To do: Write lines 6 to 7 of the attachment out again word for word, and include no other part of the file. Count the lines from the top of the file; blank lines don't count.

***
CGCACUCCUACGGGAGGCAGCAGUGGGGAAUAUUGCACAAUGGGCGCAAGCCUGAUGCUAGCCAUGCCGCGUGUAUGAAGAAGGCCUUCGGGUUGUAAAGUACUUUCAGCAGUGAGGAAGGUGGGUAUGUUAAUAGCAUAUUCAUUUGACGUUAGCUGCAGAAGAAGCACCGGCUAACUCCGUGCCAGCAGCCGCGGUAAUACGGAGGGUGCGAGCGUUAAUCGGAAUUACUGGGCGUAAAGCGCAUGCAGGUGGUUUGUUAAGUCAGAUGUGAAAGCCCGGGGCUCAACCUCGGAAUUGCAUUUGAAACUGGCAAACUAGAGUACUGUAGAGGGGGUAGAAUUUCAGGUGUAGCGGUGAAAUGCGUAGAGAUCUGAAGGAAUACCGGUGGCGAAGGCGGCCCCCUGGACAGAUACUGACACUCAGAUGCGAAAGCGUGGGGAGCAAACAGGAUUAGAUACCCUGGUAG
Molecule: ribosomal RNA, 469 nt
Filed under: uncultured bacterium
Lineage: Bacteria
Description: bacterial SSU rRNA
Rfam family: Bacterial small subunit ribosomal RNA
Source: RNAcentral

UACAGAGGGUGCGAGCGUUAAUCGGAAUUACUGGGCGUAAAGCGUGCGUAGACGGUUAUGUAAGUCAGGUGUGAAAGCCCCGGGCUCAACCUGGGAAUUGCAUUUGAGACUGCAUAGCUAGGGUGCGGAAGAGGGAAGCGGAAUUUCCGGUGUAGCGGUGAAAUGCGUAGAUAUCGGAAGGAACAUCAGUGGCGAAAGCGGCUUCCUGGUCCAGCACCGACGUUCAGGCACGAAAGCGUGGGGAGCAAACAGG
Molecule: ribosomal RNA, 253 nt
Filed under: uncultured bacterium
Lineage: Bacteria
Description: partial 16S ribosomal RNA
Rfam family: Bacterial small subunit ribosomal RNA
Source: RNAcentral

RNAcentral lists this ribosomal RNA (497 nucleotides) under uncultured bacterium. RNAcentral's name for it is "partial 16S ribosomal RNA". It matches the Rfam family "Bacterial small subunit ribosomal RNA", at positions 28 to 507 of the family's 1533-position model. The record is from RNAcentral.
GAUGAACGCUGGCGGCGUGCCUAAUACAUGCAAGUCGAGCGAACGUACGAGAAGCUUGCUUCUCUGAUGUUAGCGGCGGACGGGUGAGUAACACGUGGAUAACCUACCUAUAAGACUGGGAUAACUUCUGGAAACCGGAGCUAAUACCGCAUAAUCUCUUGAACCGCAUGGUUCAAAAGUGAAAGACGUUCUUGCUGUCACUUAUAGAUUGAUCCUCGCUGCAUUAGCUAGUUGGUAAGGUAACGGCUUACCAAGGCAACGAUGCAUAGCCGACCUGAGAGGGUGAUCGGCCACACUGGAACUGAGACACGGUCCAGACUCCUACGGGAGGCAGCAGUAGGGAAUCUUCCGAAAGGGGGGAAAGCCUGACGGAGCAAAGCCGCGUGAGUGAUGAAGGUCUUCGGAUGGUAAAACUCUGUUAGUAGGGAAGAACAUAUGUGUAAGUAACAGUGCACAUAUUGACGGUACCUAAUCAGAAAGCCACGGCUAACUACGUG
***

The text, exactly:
Rfam family: Bacterial small subunit ribosomal RNA
Source: RNAcentral